ELPS.c.2 The ELL listens to a variety of speakers including teachers, peers, and electronic media to gain an increasing level of comprehension of newly acquired language in all content areas. ELLs may be at the beginning, intermediate, advanced, or advanced high stage of English language acquisition in listening. In order for the ELL to meet grade-level learning expectations across the foundation and enrichment curriculum, all instruction delivered in English must be linguistically accommodated (communicated, sequenced, and scaffolded) commensurate with the student's level of English language proficiency. The student is expected to:
ELPS.c.2A distinguish sounds and intonation patterns of English with increasing ease
ELPS.c.2B recognize elements of the English sound system in newly acquired vocabulary such as long and short vowels, silent letters, and consonant clusters
ELPS.c.2C learn new language structures, expressions, and basic and academic vocabulary heard during classroom instruction and interactions
ELPS.c.2D monitor understanding of spoken language during classroom instruction and interactions and seek clarification as needed
ELPS.c.2E use visual, contextual, and linguistic support to enhance and confirm understanding of increasingly complex and elaborated spoken language
ELPS.c.2F listen to and derive meaning from a variety of media such as audio tape, video, DVD, and CD ROM to build and reinforce concept and language attainment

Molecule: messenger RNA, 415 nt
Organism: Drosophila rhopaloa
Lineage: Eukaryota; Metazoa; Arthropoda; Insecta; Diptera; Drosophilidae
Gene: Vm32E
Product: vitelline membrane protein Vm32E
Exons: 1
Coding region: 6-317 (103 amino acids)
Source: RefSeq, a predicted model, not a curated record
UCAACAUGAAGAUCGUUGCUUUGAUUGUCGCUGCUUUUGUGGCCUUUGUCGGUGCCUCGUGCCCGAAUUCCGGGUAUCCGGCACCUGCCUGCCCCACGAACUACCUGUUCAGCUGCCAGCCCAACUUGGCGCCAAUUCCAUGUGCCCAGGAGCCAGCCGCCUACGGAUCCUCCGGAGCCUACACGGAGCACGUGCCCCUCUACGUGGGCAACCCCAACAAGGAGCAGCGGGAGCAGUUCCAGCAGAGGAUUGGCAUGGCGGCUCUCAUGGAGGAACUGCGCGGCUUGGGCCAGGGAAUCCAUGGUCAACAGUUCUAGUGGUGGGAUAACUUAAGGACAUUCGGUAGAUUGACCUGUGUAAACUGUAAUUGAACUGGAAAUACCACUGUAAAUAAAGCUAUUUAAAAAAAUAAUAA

ELPS.c.2G understand the general meaning, main points, and important details of spoken language ranging from situations in which topics, language, and contexts are familiar to unfamiliar
ELPS.c.2H understand implicit ideas and information in increasingly complex spoken language commensurate with grade-level learning expectations
ELPS.c.2I demonstrate listening comprehension of increasingly complex spoken English by following directions, retelling or summarizing spoken messages, responding to questions and requests, collaborating with peers, and taking notes commensurate with content and grade-level needs.
ELPS.c.3 The ELL speaks in a variety of modes for a variety of purposes with an awareness of different language registers (formal/informal) using vocabulary with increasing fluency and accuracy in language arts and all content areas. ELLs may be at the beginning, intermediate, advanced, or advanced high stage of English language acquisition in speaking. In order for the ELL to meet grade-level learning expectations across the foundation and enrichment curriculum, all instruction delivered in English must be linguistically accommodated (communicated, sequenced, and scaffolded) commensurate with the student's level of English language proficiency. The student is expected to: